Eczema is term for a group of medical conditions that cause the skin to become inflamed or irritated.
The most common type of eczema is known as atopic dermatitis, or atopic eczema. Intensely itchy patches form. These patches can be widespread or limited to a few areas. Scratching often leads to redness, swelling, cracking, “weeping” of clear fluid, crusting, and scaling of the skin. Constant scratching can cause skin damage, infection, and sleep loss.
According to the National Institute of Allergy and Infectious Disease, the prevalence of atopic eczema is increasing and affects 10 to 20% of children and 1 to 3% of adults. While many infants who develop the condition outgrow it by their second birthday, some people continue to experience symptoms on and off throughout life. With proper treatment, the disease can be controlled in the majority of sufferers.
Causes of Eczema
The exact cause of eczema is unknown, but it’s thought to be linked to an overactive response by the body’s immune system. Foods, environmental factors such as lotions, jewelry, certain fabrics, can cause irritation that leads to eczema. Foods do not directly cause eczema, but several studies suggest that certain food sensitivities are associated with infantile and childhood atopic dermatitis. There is some evidence that avoiding foods to which there is a known sensitivity may reduce the severity and extent of atopic dermatitis, but the reason for this is difficult to establish. Common foods that can cause problems include milk products, nuts, and shellfish.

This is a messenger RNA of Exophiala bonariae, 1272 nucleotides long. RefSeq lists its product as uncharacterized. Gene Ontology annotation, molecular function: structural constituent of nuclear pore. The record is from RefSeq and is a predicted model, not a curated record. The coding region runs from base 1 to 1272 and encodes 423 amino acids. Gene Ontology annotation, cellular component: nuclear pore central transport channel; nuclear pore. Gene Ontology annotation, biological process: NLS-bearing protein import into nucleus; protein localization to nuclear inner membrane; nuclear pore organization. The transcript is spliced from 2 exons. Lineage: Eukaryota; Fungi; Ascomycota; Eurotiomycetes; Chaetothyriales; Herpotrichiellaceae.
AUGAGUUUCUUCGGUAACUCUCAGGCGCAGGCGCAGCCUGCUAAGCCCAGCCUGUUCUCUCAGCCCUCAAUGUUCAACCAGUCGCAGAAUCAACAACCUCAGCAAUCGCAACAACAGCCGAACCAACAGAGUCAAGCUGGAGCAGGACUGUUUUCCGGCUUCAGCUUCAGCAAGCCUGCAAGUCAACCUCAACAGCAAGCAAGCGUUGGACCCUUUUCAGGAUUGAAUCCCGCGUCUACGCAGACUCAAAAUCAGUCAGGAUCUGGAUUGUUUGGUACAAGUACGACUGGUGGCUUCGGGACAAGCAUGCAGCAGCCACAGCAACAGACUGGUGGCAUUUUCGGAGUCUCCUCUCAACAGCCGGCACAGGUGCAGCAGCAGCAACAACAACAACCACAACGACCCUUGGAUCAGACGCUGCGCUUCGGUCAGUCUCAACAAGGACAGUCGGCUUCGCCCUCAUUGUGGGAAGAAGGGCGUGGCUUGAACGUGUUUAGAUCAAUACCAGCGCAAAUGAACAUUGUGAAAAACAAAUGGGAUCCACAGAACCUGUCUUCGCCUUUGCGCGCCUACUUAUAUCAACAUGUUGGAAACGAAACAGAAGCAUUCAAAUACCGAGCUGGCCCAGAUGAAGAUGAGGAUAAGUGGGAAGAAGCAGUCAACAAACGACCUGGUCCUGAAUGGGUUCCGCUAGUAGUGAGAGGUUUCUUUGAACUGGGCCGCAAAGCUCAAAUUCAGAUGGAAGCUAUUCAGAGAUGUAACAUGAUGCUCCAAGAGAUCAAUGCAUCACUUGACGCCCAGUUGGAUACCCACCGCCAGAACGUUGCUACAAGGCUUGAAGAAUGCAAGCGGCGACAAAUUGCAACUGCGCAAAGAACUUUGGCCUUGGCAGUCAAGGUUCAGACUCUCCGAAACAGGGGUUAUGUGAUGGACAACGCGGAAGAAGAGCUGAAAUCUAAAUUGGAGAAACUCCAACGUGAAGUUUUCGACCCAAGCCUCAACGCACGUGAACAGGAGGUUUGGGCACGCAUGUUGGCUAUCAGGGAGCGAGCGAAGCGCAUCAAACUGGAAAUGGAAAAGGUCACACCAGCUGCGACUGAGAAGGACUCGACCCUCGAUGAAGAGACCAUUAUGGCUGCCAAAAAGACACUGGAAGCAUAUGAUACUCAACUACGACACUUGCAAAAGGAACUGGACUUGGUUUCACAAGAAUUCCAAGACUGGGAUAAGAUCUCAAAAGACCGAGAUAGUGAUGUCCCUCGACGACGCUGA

Eczema is also commonly found in families with a history of other allergies or asthma. Stress may cause symptoms to worsen.
First, seek the advice of a dermatologist to be sure it is atopic eczema. Several other skin conditions have similar symptoms. Without an accurate diagnosis, attempts to treat it may not work.
The goal of treatment for eczema is to relieve and prevent itching, which can lead to infection. Since the disease makes skin dry and itchy, lotions and creams are recommended, if they are not a known cause of irritation. These solutions are usually applied when the skin is damp, such as after bathing, to help the skin retain moisture.
- Cold compresses may also be used to relieve itching.
- Over-the-counter products — such as hydrocortisone — or prescription creams and ointments containing stronger corticosteroids are often prescribed to reduce inflammation. In addition, if the area becomes infected, your doctor may prescribe antibiotics to treat the infection.
- Other eczema treatments include antihistamines to reduce severe itching and phototherapy (therapy using ultraviolet light applied to the skin).